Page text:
This is the entirety of my series of discussion of Charles Ruhl's (1989) monograph On monosemy.
In the 1970s, Joan Bresnan and Ronald Kaplan took a hard look at where Chomsky's ideas were headed and did not like what they saw.
This is part one of a multi-part series. Part II is: A brief history of syntactic theory: Parallel-contraint based syntax. τυφωθείς εἰς κρίμα ἐμπέσῃ τοῦ διαβόλου What is the structure of a sentence like this? There's a lot going on here. This clause has a pre-verbal participle, followed by a prepositional phrase that is split in... Continue Reading →
Noam Chomsky’s (1965) Aspect of the theory of syntax presents a revised version of generative grammar that constrains the power of its syntactic transformations in order to maintain the predictive goals of generative grammar: produce all the grammatical sentences and only the grammatical sentences. In other ways, Aspects also functions as an apologetic to his detractors... Continue Reading →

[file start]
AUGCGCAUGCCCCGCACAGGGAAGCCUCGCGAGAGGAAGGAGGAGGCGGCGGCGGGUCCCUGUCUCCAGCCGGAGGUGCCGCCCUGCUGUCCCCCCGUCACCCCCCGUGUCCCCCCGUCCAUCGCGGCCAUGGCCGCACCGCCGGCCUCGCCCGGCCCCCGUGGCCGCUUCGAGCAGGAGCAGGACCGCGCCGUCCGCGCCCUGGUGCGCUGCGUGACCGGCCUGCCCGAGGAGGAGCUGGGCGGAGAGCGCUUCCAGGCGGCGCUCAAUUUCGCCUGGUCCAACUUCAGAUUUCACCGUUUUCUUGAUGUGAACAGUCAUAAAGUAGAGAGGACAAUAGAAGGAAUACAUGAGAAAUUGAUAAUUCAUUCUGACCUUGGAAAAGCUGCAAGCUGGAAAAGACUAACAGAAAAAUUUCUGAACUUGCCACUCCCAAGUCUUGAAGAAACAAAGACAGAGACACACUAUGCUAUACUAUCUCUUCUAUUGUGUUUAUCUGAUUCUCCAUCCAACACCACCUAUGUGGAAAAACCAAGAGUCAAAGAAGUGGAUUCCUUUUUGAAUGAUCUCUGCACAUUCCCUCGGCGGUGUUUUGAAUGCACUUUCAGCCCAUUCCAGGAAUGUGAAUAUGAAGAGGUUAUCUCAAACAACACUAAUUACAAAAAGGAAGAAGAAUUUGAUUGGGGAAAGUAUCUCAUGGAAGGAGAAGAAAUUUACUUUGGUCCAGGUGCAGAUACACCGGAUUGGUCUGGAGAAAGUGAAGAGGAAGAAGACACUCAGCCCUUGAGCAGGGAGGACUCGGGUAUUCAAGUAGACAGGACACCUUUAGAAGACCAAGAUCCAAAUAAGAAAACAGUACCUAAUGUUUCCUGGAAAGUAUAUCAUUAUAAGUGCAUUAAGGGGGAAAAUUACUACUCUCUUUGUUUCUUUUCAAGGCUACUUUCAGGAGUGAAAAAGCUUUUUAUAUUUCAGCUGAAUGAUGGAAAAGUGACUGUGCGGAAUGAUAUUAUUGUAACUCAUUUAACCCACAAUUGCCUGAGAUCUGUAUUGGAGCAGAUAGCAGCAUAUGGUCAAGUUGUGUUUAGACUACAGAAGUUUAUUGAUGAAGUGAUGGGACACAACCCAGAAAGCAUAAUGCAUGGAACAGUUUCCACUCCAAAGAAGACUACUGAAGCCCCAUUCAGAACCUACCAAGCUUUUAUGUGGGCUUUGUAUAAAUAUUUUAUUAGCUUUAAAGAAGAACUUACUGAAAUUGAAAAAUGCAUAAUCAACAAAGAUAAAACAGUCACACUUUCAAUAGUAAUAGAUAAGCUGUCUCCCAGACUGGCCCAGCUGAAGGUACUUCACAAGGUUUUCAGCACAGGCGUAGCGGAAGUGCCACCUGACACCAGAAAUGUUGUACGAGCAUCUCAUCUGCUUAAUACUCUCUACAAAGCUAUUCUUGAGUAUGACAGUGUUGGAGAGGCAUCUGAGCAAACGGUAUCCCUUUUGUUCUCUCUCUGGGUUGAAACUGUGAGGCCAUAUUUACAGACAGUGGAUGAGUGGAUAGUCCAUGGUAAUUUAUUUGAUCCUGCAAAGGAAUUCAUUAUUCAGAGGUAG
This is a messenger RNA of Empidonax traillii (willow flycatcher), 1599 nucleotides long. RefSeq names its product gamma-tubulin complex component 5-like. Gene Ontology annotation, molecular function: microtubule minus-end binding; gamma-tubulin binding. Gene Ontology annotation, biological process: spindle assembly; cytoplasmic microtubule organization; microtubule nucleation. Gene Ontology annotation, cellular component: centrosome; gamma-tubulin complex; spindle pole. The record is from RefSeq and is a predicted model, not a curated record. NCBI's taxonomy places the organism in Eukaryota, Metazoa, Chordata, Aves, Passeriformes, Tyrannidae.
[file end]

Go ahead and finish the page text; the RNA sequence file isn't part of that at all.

This is a continuation of my series examining Devine and Stephen’s book Discontinuous Syntax: Hyperbaton in Greek. Today’s post consists of much rewriting of about 15 pages I lost back in February when my hard drive died. See also: Part I Part II Part III Part IV Weak Focus Y2 Hyperbaton Most commonly, Y2 Hyperbaton... Continue Reading →